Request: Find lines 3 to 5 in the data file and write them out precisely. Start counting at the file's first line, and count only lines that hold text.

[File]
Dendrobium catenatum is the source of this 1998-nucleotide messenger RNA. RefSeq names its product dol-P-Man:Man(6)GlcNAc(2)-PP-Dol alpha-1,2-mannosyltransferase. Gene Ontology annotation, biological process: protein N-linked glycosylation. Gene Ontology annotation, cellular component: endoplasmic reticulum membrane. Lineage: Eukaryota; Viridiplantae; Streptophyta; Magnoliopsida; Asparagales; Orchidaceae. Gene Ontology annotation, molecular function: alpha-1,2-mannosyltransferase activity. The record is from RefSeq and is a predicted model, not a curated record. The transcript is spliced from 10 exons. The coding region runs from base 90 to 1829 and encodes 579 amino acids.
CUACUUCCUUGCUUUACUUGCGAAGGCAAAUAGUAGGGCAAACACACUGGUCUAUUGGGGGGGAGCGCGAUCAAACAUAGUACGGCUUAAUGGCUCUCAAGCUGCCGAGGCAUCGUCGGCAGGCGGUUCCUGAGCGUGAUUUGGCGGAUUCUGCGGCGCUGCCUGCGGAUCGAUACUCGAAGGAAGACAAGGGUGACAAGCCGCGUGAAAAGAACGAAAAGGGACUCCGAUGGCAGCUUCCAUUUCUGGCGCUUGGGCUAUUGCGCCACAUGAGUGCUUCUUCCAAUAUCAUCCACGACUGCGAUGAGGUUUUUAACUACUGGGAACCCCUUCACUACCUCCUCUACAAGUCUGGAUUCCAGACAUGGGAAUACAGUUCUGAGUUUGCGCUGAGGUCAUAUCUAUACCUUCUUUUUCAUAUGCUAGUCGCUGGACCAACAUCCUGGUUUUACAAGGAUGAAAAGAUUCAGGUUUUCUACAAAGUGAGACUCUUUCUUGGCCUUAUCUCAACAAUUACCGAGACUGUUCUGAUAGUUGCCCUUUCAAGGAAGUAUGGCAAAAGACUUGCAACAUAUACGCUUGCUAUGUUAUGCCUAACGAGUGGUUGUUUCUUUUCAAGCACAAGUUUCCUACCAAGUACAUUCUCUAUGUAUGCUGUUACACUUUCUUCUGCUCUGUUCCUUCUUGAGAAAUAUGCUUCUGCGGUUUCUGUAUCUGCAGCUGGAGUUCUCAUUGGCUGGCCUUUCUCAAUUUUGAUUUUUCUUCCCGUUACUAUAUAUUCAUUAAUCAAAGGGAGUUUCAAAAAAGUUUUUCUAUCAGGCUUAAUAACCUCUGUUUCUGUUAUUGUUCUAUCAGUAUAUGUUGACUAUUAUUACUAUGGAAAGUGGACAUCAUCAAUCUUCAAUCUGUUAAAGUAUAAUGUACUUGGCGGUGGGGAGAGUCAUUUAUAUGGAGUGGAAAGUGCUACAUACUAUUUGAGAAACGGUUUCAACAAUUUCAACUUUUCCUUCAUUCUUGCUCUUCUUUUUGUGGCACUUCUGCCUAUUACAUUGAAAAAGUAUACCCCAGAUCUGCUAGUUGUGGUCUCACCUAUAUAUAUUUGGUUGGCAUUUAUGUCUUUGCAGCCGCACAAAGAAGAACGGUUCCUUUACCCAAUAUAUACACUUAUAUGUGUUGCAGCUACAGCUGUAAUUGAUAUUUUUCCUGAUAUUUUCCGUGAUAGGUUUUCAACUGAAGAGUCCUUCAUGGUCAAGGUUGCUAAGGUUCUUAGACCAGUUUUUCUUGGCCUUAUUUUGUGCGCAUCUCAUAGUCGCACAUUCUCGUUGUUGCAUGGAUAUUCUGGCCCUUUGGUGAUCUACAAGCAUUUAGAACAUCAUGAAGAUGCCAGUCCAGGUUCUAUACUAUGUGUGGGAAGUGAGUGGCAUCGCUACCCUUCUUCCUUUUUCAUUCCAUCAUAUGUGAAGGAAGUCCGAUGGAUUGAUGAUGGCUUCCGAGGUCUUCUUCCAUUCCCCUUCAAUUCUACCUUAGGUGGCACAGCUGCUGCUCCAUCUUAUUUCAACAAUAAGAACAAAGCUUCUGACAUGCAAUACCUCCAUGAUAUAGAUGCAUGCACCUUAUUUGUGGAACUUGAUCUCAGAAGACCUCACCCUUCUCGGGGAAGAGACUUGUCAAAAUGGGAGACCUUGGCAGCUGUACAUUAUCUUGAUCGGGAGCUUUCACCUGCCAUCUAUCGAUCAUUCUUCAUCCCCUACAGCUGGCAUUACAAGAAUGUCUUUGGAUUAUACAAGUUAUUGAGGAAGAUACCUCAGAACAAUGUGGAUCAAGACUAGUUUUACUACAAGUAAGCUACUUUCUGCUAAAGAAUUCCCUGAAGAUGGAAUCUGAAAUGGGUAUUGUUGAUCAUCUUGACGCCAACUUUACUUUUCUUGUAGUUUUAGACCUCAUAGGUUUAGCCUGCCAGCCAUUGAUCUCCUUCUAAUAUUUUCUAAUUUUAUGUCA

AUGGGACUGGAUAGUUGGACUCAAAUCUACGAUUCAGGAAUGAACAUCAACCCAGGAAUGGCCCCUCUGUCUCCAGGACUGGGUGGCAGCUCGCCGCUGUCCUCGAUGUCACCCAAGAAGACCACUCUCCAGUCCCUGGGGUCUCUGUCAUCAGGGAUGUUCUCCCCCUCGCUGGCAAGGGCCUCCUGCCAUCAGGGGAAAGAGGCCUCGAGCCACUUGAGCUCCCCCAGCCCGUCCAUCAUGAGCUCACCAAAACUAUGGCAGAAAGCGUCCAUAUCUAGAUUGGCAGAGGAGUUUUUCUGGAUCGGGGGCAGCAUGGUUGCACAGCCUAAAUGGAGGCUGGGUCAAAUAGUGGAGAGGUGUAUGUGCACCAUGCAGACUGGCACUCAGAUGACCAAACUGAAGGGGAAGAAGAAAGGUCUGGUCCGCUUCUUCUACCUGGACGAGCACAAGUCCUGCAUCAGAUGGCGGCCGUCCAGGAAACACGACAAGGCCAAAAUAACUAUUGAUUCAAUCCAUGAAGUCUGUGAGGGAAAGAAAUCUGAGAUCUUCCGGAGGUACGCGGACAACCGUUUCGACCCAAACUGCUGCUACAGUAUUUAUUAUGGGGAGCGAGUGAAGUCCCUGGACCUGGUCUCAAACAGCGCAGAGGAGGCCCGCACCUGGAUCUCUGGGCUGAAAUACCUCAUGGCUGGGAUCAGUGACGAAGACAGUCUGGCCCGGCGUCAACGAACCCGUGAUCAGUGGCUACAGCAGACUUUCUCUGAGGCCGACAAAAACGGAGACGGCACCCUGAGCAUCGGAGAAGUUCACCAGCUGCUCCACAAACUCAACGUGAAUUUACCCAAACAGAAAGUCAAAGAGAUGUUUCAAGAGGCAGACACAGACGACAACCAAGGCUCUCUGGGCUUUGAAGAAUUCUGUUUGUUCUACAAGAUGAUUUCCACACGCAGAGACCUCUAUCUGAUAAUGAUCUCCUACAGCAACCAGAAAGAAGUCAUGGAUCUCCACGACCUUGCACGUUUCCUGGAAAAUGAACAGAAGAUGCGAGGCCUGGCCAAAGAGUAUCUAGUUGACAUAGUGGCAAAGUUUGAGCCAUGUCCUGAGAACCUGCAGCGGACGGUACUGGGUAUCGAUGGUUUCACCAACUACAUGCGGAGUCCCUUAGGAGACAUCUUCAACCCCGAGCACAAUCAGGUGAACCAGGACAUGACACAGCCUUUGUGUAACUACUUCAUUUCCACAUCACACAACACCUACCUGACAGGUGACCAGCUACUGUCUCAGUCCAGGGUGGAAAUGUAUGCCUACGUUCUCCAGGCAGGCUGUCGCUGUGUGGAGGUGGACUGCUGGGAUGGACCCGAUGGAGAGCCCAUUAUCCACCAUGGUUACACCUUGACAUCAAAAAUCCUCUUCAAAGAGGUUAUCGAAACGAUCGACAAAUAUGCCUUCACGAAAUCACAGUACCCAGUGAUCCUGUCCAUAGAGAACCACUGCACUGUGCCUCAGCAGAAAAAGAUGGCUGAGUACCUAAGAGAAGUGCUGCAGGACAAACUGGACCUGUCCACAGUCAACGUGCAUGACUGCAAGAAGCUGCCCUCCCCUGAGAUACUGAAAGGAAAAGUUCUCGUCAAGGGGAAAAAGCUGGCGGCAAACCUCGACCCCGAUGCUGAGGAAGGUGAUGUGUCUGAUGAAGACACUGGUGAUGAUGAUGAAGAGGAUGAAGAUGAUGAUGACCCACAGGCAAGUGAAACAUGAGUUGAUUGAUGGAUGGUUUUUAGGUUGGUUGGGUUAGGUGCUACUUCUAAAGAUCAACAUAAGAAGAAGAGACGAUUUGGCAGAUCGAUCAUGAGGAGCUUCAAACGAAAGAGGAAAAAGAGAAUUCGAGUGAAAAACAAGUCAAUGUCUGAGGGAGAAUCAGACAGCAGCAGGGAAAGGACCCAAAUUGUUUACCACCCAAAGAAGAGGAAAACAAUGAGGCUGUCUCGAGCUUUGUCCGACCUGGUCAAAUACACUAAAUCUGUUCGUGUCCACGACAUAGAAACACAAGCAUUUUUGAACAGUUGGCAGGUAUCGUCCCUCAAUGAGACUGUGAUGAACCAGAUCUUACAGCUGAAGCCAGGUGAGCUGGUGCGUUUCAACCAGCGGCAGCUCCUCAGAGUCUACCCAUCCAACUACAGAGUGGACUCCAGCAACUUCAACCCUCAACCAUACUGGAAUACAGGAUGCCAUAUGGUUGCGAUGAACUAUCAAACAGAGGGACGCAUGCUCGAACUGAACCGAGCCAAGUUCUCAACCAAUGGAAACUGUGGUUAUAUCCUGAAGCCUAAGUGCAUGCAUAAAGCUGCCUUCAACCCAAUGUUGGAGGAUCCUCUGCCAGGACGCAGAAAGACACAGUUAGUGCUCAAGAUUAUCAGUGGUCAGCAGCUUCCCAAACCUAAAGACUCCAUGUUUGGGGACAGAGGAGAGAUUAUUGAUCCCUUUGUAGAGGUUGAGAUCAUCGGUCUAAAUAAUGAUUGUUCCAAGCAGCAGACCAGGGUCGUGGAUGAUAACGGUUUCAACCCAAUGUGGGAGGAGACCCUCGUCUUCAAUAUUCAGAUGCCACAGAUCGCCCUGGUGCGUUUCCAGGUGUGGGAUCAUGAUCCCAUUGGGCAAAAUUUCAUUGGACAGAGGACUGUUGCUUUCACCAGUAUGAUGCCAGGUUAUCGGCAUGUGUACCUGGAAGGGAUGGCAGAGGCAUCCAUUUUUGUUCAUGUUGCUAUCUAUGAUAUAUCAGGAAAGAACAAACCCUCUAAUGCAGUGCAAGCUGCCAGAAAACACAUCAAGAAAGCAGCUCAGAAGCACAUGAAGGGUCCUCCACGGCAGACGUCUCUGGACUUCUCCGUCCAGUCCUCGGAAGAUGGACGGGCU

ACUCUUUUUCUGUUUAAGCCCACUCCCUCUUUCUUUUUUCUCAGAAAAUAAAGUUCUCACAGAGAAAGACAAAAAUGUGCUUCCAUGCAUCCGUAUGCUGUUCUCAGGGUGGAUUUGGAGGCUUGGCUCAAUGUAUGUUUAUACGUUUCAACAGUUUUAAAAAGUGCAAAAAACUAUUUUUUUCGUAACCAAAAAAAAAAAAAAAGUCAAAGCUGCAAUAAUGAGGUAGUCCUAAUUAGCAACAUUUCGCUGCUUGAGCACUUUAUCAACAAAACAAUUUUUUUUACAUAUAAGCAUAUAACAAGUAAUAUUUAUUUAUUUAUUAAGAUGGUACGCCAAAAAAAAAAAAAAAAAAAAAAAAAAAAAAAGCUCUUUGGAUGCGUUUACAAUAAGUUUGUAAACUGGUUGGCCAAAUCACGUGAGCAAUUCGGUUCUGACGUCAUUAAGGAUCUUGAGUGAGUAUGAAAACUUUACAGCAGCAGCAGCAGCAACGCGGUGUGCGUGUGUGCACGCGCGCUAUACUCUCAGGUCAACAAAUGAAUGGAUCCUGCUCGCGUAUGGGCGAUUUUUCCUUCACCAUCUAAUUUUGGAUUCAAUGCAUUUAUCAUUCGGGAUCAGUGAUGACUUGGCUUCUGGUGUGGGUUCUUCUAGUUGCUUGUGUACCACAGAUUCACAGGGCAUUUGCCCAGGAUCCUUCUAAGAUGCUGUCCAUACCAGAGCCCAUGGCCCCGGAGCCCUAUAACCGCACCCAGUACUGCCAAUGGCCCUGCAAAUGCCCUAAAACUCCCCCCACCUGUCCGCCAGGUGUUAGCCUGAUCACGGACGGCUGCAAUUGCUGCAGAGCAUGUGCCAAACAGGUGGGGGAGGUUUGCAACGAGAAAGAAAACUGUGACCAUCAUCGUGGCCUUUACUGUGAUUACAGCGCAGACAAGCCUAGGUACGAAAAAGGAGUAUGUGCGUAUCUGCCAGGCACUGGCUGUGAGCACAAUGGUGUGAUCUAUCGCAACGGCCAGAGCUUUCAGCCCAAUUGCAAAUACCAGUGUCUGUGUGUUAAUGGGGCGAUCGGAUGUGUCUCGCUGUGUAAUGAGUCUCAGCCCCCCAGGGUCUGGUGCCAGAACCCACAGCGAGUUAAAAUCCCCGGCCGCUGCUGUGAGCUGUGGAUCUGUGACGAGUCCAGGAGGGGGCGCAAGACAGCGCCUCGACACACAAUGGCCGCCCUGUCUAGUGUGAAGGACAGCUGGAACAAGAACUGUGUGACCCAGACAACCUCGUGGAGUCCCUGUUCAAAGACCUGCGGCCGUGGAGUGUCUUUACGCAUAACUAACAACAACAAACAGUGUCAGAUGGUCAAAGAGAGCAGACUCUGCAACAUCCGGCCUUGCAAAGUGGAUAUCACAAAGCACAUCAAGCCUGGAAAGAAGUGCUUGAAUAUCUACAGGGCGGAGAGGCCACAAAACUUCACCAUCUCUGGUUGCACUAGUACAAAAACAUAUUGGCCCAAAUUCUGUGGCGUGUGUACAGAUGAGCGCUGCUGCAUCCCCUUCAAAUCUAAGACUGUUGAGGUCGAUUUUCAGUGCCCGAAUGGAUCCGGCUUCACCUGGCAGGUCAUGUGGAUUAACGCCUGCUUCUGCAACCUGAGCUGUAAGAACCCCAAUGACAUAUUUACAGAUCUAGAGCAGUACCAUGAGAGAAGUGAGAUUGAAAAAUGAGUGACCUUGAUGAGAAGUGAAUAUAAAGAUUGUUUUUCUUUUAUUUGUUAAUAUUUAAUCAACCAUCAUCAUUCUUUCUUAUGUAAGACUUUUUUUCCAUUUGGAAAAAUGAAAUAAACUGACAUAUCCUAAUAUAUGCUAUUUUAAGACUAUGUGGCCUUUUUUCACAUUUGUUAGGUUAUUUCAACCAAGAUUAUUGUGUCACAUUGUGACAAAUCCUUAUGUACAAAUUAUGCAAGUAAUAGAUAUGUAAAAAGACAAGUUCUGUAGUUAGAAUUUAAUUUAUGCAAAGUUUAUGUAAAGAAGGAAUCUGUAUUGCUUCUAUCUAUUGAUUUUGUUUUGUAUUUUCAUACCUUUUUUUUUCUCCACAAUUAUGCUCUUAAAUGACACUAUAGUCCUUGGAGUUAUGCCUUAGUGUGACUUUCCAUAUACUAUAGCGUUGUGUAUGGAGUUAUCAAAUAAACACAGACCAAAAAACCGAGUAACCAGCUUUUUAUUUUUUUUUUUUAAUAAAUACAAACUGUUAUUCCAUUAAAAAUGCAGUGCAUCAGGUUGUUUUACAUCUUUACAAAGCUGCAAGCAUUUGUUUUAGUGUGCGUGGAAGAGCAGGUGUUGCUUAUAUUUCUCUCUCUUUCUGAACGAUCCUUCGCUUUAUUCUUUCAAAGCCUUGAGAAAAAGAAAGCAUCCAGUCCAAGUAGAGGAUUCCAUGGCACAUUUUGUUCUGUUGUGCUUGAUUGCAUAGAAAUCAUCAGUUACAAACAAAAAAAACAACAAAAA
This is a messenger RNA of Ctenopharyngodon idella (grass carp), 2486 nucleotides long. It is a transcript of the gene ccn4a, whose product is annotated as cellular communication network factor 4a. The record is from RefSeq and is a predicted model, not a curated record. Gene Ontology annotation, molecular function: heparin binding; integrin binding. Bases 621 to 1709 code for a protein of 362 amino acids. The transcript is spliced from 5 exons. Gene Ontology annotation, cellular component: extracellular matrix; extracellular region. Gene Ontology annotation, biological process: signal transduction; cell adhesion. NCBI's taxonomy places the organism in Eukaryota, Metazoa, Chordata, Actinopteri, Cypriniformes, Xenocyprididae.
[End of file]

AUGGGACUGGAUAGUUGGACUCAAAUCUACGAUUCAGGAAUGAACAUCAACCCAGGAAUGGCCCCUCUGUCUCCAGGACUGGGUGGCAGCUCGCCGCUGUCCUCGAUGUCACCCAAGAAGACCACUCUCCAGUCCCUGGGGUCUCUGUCAUCAGGGAUGUUCUCCCCCUCGCUGGCAAGGGCCUCCUGCCAUCAGGGGAAAGAGGCCUCGAGCCACUUGAGCUCCCCCAGCCCGUCCAUCAUGAGCUCACCAAAACUAUGGCAGAAAGCGUCCAUAUCUAGAUUGGCAGAGGAGUUUUUCUGGAUCGGGGGCAGCAUGGUUGCACAGCCUAAAUGGAGGCUGGGUCAAAUAGUGGAGAGGUGUAUGUGCACCAUGCAGACUGGCACUCAGAUGACCAAACUGAAGGGGAAGAAGAAAGGUCUGGUCCGCUUCUUCUACCUGGACGAGCACAAGUCCUGCAUCAGAUGGCGGCCGUCCAGGAAACACGACAAGGCCAAAAUAACUAUUGAUUCAAUCCAUGAAGUCUGUGAGGGAAAGAAAUCUGAGAUCUUCCGGAGGUACGCGGACAACCGUUUCGACCCAAACUGCUGCUACAGUAUUUAUUAUGGGGAGCGAGUGAAGUCCCUGGACCUGGUCUCAAACAGCGCAGAGGAGGCCCGCACCUGGAUCUCUGGGCUGAAAUACCUCAUGGCUGGGAUCAGUGACGAAGACAGUCUGGCCCGGCGUCAACGAACCCGUGAUCAGUGGCUACAGCAGACUUUCUCUGAGGCCGACAAAAACGGAGACGGCACCCUGAGCAUCGGAGAAGUUCACCAGCUGCUCCACAAACUCAACGUGAAUUUACCCAAACAGAAAGUCAAAGAGAUGUUUCAAGAGGCAGACACAGACGACAACCAAGGCUCUCUGGGCUUUGAAGAAUUCUGUUUGUUCUACAAGAUGAUUUCCACACGCAGAGACCUCUAUCUGAUAAUGAUCUCCUACAGCAACCAGAAAGAAGUCAUGGAUCUCCACGACCUUGCACGUUUCCUGGAAAAUGAACAGAAGAUGCGAGGCCUGGCCAAAGAGUAUCUAGUUGACAUAGUGGCAAAGUUUGAGCCAUGUCCUGAGAACCUGCAGCGGACGGUACUGGGUAUCGAUGGUUUCACCAACUACAUGCGGAGUCCCUUAGGAGACAUCUUCAACCCCGAGCACAAUCAGGUGAACCAGGACAUGACACAGCCUUUGUGUAACUACUUCAUUUCCACAUCACACAACACCUACCUGACAGGUGACCAGCUACUGUCUCAGUCCAGGGUGGAAAUGUAUGCCUACGUUCUCCAGGCAGGCUGUCGCUGUGUGGAGGUGGACUGCUGGGAUGGACCCGAUGGAGAGCCCAUUAUCCACCAUGGUUACACCUUGACAUCAAAAAUCCUCUUCAAAGAGGUUAUCGAAACGAUCGACAAAUAUGCCUUCACGAAAUCACAGUACCCAGUGAUCCUGUCCAUAGAGAACCACUGCACUGUGCCUCAGCAGAAAAAGAUGGCUGAGUACCUAAGAGAAGUGCUGCAGGACAAACUGGACCUGUCCACAGUCAACGUGCAUGACUGCAAGAAGCUGCCCUCCCCUGAGAUACUGAAAGGAAAAGUUCUCGUCAAGGGGAAAAAGCUGGCGGCAAACCUCGACCCCGAUGCUGAGGAAGGUGAUGUGUCUGAUGAAGACACUGGUGAUGAUGAUGAAGAGGAUGAAGAUGAUGAUGACCCACAGGCAAGUGAAACAUGAGUUGAUUGAUGGAUGGUUUUUAGGUUGGUUGGGUUAGGUGCUACUUCUAAAGAUCAACAUAAGAAGAAGAGACGAUUUGGCAGAUCGAUCAUGAGGAGCUUCAAACGAAAGAGGAAAAAGAGAAUUCGAGUGAAAAACAAGUCAAUGUCUGAGGGAGAAUCAGACAGCAGCAGGGAAAGGACCCAAAUUGUUUACCACCCAAAGAAGAGGAAAACAAUGAGGCUGUCUCGAGCUUUGUCCGACCUGGUCAAAUACACUAAAUCUGUUCGUGUCCACGACAUAGAAACACAAGCAUUUUUGAACAGUUGGCAGGUAUCGUCCCUCAAUGAGACUGUGAUGAACCAGAUCUUACAGCUGAAGCCAGGUGAGCUGGUGCGUUUCAACCAGCGGCAGCUCCUCAGAGUCUACCCAUCCAACUACAGAGUGGACUCCAGCAACUUCAACCCUCAACCAUACUGGAAUACAGGAUGCCAUAUGGUUGCGAUGAACUAUCAAACAGAGGGACGCAUGCUCGAACUGAACCGAGCCAAGUUCUCAACCAAUGGAAACUGUGGUUAUAUCCUGAAGCCUAAGUGCAUGCAUAAAGCUGCCUUCAACCCAAUGUUGGAGGAUCCUCUGCCAGGACGCAGAAAGACACAGUUAGUGCUCAAGAUUAUCAGUGGUCAGCAGCUUCCCAAACCUAAAGACUCCAUGUUUGGGGACAGAGGAGAGAUUAUUGAUCCCUUUGUAGAGGUUGAGAUCAUCGGUCUAAAUAAUGAUUGUUCCAAGCAGCAGACCAGGGUCGUGGAUGAUAACGGUUUCAACCCAAUGUGGGAGGAGACCCUCGUCUUCAAUAUUCAGAUGCCACAGAUCGCCCUGGUGCGUUUCCAGGUGUGGGAUCAUGAUCCCAUUGGGCAAAAUUUCAUUGGACAGAGGACUGUUGCUUUCACCAGUAUGAUGCCAGGUUAUCGGCAUGUGUACCUGGAAGGGAUGGCAGAGGCAUCCAUUUUUGUUCAUGUUGCUAUCUAUGAUAUAUCAGGAAAGAACAAACCCUCUAAUGCAGUGCAAGCUGCCAGAAAACACAUCAAGAAAGCAGCUCAGAAGCACAUGAAGGGUCCUCCACGGCAGACGUCUCUGGACUUCUCCGUCCAGUCCUCGGAAGAUGGACGGGCU

ACUCUUUUUCUGUUUAAGCCCACUCCCUCUUUCUUUUUUCUCAGAAAAUAAAGUUCUCACAGAGAAAGACAAAAAUGUGCUUCCAUGCAUCCGUAUGCUGUUCUCAGGGUGGAUUUGGAGGCUUGGCUCAAUGUAUGUUUAUACGUUUCAACAGUUUUAAAAAGUGCAAAAAACUAUUUUUUUCGUAACCAAAAAAAAAAAAAAAGUCAAAGCUGCAAUAAUGAGGUAGUCCUAAUUAGCAACAUUUCGCUGCUUGAGCACUUUAUCAACAAAACAAUUUUUUUUACAUAUAAGCAUAUAACAAGUAAUAUUUAUUUAUUUAUUAAGAUGGUACGCCAAAAAAAAAAAAAAAAAAAAAAAAAAAAAAAGCUCUUUGGAUGCGUUUACAAUAAGUUUGUAAACUGGUUGGCCAAAUCACGUGAGCAAUUCGGUUCUGACGUCAUUAAGGAUCUUGAGUGAGUAUGAAAACUUUACAGCAGCAGCAGCAGCAACGCGGUGUGCGUGUGUGCACGCGCGCUAUACUCUCAGGUCAACAAAUGAAUGGAUCCUGCUCGCGUAUGGGCGAUUUUUCCUUCACCAUCUAAUUUUGGAUUCAAUGCAUUUAUCAUUCGGGAUCAGUGAUGACUUGGCUUCUGGUGUGGGUUCUUCUAGUUGCUUGUGUACCACAGAUUCACAGGGCAUUUGCCCAGGAUCCUUCUAAGAUGCUGUCCAUACCAGAGCCCAUGGCCCCGGAGCCCUAUAACCGCACCCAGUACUGCCAAUGGCCCUGCAAAUGCCCUAAAACUCCCCCCACCUGUCCGCCAGGUGUUAGCCUGAUCACGGACGGCUGCAAUUGCUGCAGAGCAUGUGCCAAACAGGUGGGGGAGGUUUGCAACGAGAAAGAAAACUGUGACCAUCAUCGUGGCCUUUACUGUGAUUACAGCGCAGACAAGCCUAGGUACGAAAAAGGAGUAUGUGCGUAUCUGCCAGGCACUGGCUGUGAGCACAAUGGUGUGAUCUAUCGCAACGGCCAGAGCUUUCAGCCCAAUUGCAAAUACCAGUGUCUGUGUGUUAAUGGGGCGAUCGGAUGUGUCUCGCUGUGUAAUGAGUCUCAGCCCCCCAGGGUCUGGUGCCAGAACCCACAGCGAGUUAAAAUCCCCGGCCGCUGCUGUGAGCUGUGGAUCUGUGACGAGUCCAGGAGGGGGCGCAAGACAGCGCCUCGACACACAAUGGCCGCCCUGUCUAGUGUGAAGGACAGCUGGAACAAGAACUGUGUGACCCAGACAACCUCGUGGAGUCCCUGUUCAAAGACCUGCGGCCGUGGAGUGUCUUUACGCAUAACUAACAACAACAAACAGUGUCAGAUGGUCAAAGAGAGCAGACUCUGCAACAUCCGGCCUUGCAAAGUGGAUAUCACAAAGCACAUCAAGCCUGGAAAGAAGUGCUUGAAUAUCUACAGGGCGGAGAGGCCACAAAACUUCACCAUCUCUGGUUGCACUAGUACAAAAACAUAUUGGCCCAAAUUCUGUGGCGUGUGUACAGAUGAGCGCUGCUGCAUCCCCUUCAAAUCUAAGACUGUUGAGGUCGAUUUUCAGUGCCCGAAUGGAUCCGGCUUCACCUGGCAGGUCAUGUGGAUUAACGCCUGCUUCUGCAACCUGAGCUGUAAGAACCCCAAUGACAUAUUUACAGAUCUAGAGCAGUACCAUGAGAGAAGUGAGAUUGAAAAAUGAGUGACCUUGAUGAGAAGUGAAUAUAAAGAUUGUUUUUCUUUUAUUUGUUAAUAUUUAAUCAACCAUCAUCAUUCUUUCUUAUGUAAGACUUUUUUUCCAUUUGGAAAAAUGAAAUAAACUGACAUAUCCUAAUAUAUGCUAUUUUAAGACUAUGUGGCCUUUUUUCACAUUUGUUAGGUUAUUUCAACCAAGAUUAUUGUGUCACAUUGUGACAAAUCCUUAUGUACAAAUUAUGCAAGUAAUAGAUAUGUAAAAAGACAAGUUCUGUAGUUAGAAUUUAAUUUAUGCAAAGUUUAUGUAAAGAAGGAAUCUGUAUUGCUUCUAUCUAUUGAUUUUGUUUUGUAUUUUCAUACCUUUUUUUUUCUCCACAAUUAUGCUCUUAAAUGACACUAUAGUCCUUGGAGUUAUGCCUUAGUGUGACUUUCCAUAUACUAUAGCGUUGUGUAUGGAGUUAUCAAAUAAACACAGACCAAAAAACCGAGUAACCAGCUUUUUAUUUUUUUUUUUUAAUAAAUACAAACUGUUAUUCCAUUAAAAAUGCAGUGCAUCAGGUUGUUUUACAUCUUUACAAAGCUGCAAGCAUUUGUUUUAGUGUGCGUGGAAGAGCAGGUGUUGCUUAUAUUUCUCUCUCUUUCUGAACGAUCCUUCGCUUUAUUCUUUCAAAGCCUUGAGAAAAAGAAAGCAUCCAGUCCAAGUAGAGGAUUCCAUGGCACAUUUUGUUCUGUUGUGCUUGAUUGCAUAGAAAUCAUCAGUUACAAACAAAAAAAACAACAAAAA
This is a messenger RNA of Ctenopharyngodon idella (grass carp), 2486 nucleotides long. It is a transcript of the gene ccn4a, whose product is annotated as cellular communication network factor 4a. The record is from RefSeq and is a predicted model, not a curated record. Gene Ontology annotation, molecular function: heparin binding; integrin binding. Bases 621 to 1709 code for a protein of 362 amino acids. The transcript is spliced from 5 exons. Gene Ontology annotation, cellular component: extracellular matrix; extracellular region. Gene Ontology annotation, biological process: signal transduction; cell adhesion. NCBI's taxonomy places the organism in Eukaryota, Metazoa, Chordata, Actinopteri, Cypriniformes, Xenocyprididae.